The Audit Commission has launched a pilot scheme to help UK banks and credit providers identify fraudulent applications by immigration offenders.
The Commission and the UK Border Agency will share information in ‘real time’ with financial institutions. Each year the UK Border Agency processes around 3.5 million applications to visit, live, work or study in the UK. The aim is to prevent those with no right to stay or work in the UK from accessing financial services. In return, financial institutions will provide the Agency with information on where illegal working and employment is taking place, supporting the Agency’s work in tackling immigration crime.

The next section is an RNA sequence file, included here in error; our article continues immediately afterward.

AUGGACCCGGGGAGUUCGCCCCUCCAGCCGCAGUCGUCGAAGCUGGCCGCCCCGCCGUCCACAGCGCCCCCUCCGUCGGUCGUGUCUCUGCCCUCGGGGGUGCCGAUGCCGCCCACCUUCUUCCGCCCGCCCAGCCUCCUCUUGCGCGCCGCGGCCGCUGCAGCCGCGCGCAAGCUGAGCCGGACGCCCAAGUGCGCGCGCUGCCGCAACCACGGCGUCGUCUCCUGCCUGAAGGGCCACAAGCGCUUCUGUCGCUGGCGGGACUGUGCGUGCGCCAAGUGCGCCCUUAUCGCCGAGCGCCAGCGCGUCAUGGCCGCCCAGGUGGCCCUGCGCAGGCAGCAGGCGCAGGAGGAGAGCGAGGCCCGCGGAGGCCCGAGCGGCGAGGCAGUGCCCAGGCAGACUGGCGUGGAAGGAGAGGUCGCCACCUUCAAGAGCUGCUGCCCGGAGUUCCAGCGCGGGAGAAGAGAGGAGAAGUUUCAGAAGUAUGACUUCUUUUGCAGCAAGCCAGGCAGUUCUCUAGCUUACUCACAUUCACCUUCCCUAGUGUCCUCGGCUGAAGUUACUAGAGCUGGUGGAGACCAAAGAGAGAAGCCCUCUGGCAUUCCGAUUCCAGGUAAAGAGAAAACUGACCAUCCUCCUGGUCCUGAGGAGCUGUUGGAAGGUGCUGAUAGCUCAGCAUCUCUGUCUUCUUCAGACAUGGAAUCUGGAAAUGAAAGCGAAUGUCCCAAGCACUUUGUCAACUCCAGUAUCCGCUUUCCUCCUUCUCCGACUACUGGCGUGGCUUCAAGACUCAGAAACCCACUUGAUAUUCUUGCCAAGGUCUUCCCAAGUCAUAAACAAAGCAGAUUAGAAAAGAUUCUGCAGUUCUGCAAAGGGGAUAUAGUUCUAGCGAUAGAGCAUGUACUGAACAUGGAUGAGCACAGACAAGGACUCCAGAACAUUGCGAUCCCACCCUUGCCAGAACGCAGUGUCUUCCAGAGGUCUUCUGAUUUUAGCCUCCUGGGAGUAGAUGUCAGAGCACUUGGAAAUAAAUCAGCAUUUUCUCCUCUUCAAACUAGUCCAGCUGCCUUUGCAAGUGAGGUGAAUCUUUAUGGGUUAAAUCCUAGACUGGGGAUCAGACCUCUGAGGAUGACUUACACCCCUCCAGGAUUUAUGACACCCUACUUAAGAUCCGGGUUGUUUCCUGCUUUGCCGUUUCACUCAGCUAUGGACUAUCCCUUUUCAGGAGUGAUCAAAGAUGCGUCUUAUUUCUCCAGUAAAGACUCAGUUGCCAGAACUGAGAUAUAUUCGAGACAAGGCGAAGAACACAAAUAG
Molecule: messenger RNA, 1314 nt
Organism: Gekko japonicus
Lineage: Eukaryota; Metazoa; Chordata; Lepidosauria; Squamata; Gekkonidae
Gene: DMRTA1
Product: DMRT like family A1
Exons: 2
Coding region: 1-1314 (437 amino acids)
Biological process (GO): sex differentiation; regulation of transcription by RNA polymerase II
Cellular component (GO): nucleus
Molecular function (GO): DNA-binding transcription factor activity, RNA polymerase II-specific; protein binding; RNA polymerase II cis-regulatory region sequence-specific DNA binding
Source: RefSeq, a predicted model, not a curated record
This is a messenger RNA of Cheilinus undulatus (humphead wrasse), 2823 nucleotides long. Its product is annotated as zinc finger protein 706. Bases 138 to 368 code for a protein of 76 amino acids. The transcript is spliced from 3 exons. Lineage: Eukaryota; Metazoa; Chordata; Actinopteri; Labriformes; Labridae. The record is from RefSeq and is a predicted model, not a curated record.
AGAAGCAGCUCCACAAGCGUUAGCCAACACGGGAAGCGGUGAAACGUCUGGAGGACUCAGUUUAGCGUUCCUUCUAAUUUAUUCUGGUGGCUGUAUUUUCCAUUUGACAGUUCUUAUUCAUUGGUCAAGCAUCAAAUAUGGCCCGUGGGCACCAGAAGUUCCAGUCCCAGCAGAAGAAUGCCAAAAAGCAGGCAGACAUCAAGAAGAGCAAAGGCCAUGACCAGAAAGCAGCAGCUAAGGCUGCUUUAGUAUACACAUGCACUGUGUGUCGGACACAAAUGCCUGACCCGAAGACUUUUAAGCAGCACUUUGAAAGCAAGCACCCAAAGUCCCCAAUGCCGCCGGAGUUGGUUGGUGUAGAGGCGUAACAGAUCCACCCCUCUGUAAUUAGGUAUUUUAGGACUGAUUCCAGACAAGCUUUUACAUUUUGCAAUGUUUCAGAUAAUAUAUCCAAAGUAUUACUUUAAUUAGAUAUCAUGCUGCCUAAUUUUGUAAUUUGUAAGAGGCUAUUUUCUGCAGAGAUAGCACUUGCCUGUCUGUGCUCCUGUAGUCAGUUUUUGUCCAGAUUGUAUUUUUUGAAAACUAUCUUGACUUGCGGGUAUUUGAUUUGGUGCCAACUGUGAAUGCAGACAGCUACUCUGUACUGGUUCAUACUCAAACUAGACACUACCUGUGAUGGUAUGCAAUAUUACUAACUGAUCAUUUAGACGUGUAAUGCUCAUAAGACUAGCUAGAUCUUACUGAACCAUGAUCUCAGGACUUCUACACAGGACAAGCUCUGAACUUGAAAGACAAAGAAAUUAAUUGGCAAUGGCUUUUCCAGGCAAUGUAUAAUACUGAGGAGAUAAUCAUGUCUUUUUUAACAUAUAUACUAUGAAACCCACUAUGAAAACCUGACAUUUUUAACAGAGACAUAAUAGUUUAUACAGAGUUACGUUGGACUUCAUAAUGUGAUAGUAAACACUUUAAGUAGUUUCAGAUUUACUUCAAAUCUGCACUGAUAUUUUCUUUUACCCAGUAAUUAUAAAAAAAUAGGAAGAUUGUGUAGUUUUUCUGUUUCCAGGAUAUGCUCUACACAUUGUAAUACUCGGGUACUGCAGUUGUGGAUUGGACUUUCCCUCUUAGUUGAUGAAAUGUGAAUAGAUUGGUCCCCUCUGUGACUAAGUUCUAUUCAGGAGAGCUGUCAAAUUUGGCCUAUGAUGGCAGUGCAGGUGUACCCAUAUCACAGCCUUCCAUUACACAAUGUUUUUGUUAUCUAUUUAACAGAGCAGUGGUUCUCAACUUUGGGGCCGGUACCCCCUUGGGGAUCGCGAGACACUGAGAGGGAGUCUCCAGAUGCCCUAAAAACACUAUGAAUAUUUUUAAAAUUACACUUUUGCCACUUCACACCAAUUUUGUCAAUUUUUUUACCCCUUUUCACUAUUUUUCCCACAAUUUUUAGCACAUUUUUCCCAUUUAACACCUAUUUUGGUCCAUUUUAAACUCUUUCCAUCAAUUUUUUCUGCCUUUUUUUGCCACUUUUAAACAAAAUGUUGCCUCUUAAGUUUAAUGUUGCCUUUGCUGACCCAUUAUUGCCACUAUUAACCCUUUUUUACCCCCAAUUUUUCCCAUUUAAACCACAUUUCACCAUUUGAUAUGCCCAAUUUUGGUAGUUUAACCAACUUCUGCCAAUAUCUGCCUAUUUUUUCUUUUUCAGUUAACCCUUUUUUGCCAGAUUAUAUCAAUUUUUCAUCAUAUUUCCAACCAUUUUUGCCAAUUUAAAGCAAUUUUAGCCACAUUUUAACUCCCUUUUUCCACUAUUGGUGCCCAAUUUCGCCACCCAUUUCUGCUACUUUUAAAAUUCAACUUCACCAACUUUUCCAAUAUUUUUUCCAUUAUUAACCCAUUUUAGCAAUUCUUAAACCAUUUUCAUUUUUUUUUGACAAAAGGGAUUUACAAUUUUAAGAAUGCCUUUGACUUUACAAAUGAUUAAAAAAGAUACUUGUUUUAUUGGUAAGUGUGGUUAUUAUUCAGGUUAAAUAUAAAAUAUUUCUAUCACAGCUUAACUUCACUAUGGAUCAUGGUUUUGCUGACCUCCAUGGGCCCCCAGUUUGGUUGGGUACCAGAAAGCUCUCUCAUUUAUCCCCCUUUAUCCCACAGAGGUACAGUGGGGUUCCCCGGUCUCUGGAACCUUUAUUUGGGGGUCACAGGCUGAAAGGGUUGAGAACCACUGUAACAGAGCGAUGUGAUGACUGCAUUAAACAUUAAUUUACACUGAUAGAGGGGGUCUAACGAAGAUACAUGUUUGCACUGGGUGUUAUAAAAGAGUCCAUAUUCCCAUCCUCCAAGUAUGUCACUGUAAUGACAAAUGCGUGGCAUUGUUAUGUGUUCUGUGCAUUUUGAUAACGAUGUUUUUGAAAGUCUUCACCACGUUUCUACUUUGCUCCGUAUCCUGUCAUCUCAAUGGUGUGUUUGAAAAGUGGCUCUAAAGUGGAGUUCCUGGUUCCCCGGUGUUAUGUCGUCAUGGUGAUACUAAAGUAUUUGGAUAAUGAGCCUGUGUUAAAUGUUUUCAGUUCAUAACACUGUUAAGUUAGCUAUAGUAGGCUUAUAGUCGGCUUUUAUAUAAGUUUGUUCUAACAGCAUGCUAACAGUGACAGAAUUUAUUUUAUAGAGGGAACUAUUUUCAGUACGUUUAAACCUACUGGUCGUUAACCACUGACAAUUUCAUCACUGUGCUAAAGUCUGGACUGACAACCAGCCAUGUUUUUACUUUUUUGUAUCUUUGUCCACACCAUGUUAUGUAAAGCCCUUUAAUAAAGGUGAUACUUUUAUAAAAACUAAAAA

Identifying immigration offenders in the UK will protect banks from fraudulent applications, for example stopping mortgages being granted to people with no right to work in the UK and therefore no means to repay loans. It will also make it more difficult for organised foreign criminal gangs to defraud banks by making bogus credit applications.
The new data matching service will sit alongside the established data matching work. But the new instant matching facility will help participants to target fraud more effectively. Data from around 1,300 organisations – including councils, the police, hospitals and nearly 100 private companies – is held in the Audit Commission’s National Fraud Intelligence database.